What are SuDS and SuDS retrofitting?

Friday 16 February 2024

At PFA, we talk a lot about the importance of SuDS so we thought it was about time we sat down and comprehensively went through what SuDS are, why SuDS are important, what SuDS retrofitting is, why SuDS retrofitting is important and finally - what’s next for SuDS?

What are SuDS and why are SuDS important?

SuDS stands for SustainableDrainageSystems and according to susdrain: “SuDS (or Sustainable Drainage Systems) are an approach to managing rainfall in development that replicates natural drainage. Where possible managing rainfall close to where it falls and on, or near the surface.” Susdrain also explains that “SuDS help to manage flood risk and water quality and also improve biodiversity and amenity as well as a host of other benefits to create great places to live, work and play.”

Commonly used SuDS features include:

  • Green roofs

  • Infiltration Systems such as Soakaways

  • Rain Gardens

  • Pervious Paving

  • Swales

  • Wetlands

  • Detention Basins

  • And many more
















At PFA, we see SuDS as an important aspect of water management for many reasons, such as:

  • Reducing the reliance on traditional drainage systems

  • Helping to mitigate flood risk

  • Assisting clients in achieving their sustainable development goals

  • And more

Retrofitting SuDS – What are SuDS Retrofits and why are they important?

Retrofitting SuDS (sometimes referred to as SuDS retrofit) does what it says on the tin! CIRIA (the Construction Industry Research and Information Association) explains that: “SuDS retrofits are a cost-realistic means of climate change adaptation for surface water drainage in established urban areas. They are also a cost-effective means of addressing combined sewer overflows – a major issue for water companies. It is important that they are urgently progressed.”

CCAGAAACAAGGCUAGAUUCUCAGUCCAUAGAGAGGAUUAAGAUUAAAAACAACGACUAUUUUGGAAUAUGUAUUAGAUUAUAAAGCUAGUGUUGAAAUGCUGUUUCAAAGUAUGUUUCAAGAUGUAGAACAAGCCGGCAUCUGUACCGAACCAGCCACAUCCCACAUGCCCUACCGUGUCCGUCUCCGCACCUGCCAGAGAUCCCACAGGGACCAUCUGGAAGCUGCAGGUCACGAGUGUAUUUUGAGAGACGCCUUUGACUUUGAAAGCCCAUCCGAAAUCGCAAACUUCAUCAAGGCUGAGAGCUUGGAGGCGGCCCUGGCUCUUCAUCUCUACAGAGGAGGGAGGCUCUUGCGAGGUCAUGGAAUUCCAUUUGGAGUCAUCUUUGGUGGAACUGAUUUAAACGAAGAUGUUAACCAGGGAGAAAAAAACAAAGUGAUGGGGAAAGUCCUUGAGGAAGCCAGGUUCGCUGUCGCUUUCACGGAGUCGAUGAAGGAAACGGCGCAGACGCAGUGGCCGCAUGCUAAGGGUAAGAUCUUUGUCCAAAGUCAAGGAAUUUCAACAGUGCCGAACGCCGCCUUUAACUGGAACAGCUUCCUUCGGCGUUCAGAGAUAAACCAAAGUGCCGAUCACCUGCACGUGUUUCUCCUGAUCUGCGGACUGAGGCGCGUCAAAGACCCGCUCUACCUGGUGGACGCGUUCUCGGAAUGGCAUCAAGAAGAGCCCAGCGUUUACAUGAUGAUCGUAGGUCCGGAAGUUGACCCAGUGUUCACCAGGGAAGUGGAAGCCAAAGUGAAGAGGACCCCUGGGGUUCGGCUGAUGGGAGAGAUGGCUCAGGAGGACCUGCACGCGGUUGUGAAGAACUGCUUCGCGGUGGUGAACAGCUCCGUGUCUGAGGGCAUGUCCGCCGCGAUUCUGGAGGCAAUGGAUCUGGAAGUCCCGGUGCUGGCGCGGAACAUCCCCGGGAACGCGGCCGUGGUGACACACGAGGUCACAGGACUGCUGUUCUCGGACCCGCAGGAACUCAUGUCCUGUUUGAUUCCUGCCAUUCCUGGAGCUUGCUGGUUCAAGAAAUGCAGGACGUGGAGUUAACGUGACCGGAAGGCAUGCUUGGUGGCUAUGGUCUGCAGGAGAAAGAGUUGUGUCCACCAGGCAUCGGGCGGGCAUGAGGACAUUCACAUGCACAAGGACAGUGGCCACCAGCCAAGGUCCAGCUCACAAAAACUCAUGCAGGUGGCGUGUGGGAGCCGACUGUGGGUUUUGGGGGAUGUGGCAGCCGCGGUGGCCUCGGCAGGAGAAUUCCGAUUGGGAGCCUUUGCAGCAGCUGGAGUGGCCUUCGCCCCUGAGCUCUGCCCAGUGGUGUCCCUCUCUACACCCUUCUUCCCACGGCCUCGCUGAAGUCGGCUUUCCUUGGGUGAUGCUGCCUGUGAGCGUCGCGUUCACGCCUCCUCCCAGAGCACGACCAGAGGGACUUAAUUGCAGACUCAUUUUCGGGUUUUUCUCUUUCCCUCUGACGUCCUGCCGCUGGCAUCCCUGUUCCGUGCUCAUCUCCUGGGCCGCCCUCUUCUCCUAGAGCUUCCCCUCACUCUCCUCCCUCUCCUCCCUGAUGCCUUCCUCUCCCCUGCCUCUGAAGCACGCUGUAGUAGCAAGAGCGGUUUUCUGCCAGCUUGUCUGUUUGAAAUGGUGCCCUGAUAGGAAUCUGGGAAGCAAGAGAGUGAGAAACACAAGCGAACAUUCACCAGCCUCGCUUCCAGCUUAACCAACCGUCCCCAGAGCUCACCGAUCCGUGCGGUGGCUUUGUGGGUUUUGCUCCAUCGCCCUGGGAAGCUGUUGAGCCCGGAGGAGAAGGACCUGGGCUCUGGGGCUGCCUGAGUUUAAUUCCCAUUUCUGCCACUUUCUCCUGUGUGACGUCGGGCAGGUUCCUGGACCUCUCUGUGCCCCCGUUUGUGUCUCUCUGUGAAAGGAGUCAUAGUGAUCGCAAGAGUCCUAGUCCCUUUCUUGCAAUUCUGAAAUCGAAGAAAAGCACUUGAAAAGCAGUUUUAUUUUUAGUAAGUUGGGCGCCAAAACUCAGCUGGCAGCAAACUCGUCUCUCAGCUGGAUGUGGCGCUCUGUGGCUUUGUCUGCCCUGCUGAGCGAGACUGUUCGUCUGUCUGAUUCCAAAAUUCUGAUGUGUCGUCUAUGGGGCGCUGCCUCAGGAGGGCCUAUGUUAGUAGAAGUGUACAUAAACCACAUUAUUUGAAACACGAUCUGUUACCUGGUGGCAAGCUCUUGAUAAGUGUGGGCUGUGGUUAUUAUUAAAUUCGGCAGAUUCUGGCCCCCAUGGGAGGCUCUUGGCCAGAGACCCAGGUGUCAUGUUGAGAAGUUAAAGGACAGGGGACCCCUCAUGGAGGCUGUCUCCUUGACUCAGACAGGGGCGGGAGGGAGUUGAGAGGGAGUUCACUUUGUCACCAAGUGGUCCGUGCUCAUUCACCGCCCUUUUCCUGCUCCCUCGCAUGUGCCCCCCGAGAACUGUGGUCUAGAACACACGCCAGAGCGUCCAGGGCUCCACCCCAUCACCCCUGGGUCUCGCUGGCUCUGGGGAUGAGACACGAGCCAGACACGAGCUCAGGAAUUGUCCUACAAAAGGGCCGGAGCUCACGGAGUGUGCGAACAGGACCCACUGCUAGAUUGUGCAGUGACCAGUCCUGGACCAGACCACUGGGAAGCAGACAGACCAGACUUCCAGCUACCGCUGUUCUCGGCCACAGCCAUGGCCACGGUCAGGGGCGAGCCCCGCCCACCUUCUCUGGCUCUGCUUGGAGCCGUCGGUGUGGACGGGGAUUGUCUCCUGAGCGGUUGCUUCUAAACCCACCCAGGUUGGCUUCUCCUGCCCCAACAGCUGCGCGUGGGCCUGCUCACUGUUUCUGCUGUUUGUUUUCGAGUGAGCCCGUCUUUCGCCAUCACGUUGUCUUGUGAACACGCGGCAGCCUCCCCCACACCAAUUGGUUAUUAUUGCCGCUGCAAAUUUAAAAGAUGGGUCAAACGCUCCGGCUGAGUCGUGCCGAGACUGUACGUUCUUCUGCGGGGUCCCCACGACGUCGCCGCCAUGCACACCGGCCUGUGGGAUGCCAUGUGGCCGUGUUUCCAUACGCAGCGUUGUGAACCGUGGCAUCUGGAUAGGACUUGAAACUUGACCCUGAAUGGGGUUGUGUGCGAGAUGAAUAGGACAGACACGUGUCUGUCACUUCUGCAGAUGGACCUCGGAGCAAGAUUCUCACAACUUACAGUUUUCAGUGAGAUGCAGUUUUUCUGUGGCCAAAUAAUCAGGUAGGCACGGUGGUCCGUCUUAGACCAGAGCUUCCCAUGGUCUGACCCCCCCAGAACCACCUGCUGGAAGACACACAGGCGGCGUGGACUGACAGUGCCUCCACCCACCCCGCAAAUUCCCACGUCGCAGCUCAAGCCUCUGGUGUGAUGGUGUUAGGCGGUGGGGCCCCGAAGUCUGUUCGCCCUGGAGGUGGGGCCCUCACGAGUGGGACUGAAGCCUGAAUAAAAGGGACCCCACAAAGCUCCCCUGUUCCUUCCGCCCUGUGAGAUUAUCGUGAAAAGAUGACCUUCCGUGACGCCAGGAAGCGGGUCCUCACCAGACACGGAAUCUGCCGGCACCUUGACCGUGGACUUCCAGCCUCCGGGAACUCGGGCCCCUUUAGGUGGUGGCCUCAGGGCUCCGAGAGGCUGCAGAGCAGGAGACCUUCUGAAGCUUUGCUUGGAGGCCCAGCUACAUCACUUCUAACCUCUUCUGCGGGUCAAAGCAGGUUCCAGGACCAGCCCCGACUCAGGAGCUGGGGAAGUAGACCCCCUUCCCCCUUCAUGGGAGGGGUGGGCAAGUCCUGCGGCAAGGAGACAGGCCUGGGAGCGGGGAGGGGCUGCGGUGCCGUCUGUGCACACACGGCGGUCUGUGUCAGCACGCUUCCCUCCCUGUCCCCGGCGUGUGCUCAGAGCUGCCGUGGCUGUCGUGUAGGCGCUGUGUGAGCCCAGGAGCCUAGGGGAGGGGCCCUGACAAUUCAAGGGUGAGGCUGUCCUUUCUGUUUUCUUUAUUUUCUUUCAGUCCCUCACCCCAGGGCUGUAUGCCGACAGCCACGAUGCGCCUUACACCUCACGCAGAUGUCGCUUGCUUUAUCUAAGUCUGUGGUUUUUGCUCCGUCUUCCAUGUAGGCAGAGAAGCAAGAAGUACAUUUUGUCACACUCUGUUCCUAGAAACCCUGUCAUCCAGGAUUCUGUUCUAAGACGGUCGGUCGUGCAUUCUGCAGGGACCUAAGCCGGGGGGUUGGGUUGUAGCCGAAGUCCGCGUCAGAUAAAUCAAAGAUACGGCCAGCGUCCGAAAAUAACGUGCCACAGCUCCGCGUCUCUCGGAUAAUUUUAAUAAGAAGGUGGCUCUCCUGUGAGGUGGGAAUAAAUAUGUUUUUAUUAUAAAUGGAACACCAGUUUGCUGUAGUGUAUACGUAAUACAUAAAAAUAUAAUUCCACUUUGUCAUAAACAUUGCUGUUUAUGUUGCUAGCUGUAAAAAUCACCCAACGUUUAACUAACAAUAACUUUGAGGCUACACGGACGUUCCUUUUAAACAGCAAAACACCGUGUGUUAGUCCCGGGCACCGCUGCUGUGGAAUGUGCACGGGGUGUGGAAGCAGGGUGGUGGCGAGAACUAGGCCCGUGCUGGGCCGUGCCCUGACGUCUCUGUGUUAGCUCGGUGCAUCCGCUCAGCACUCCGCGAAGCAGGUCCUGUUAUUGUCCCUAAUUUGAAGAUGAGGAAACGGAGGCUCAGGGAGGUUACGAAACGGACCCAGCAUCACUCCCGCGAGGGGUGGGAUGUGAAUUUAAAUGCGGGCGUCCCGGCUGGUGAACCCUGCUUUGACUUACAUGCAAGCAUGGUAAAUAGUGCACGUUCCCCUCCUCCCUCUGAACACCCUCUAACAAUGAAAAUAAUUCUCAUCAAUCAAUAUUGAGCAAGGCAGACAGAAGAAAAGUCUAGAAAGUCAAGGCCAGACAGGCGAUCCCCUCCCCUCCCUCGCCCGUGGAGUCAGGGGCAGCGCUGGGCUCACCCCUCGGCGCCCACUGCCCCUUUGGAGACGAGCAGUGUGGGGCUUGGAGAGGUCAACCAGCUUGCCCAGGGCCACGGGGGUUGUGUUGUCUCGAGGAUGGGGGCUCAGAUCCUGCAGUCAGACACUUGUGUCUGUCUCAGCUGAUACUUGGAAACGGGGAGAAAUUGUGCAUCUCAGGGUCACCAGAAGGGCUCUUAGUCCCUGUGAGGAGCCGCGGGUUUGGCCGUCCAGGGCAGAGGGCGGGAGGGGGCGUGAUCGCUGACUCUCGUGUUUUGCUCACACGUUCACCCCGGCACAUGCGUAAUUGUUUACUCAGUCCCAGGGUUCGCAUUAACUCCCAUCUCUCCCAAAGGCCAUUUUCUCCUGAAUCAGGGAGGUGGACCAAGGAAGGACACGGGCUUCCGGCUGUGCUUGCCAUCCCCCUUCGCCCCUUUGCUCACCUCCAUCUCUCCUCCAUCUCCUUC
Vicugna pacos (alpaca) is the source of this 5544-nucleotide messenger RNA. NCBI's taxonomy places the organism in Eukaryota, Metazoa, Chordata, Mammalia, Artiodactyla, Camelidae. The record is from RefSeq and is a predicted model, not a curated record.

Retrofitting SuDS is important because it:

  • Helps to alleviate the pressure placed on traditional drainage systems

  • Enhances Urban Resilience by integrating sustainable drainage features into existing urban landscapes and creating a more harmonious relationship between our built environment and nature

  • Increases biodiversity

  • Unlike traditional drainage systems that rapidly remove water through pipes, mimics nature, allowing rainwater to be handled more sustainably

What’s next for SuDS?

Although it looks likely that the implementation of Schedule 3 of the Flood Water Management Act will be delayed again, it is still important that the development sector follows its aims. Properly designed SuDS will “help address the impacts of climate change, urbanisation and increasing population while achieving multiple benefits such as reducing surface water flood risk, improving water quality, and harvesting rainwater to meet current and future needs.” (Source)

“Current planning policy requires that SuDS are included in all new major developments (developments over 10 homes), unless there is clear evidence that this would be inappropriate. This is in addition to requirements that SuDS should be given priority in new developments in flood risk areas.” (Source)

Wales implemented Schedule 3 of the Flood Water Management Act in 2019 and the Welsh Government has recently published the findings from its Post Implementation Review.

We believe that, as the understanding and use of SuDS increases, so too will the opportunities to integrate natural processes into the urban landscape.


To conclude, as urbanisation continues, SuDS create resilient, sustainable, and aesthetically pleasing urban spaces. From reducing flooding to improving water quality and enhancing biodiversity, SuDS and SuDS retrofit contribute to a healthier and more environmentally conscious urban future. We at PFA look forward to the increased implementation of SuDS and SuDS retrofit.

If you need help with SuDS, SuDS retrofit or any other Flood Risk and Water Management matters, contact PFA Consulting Ltd to access our wealth of knowledge in this field: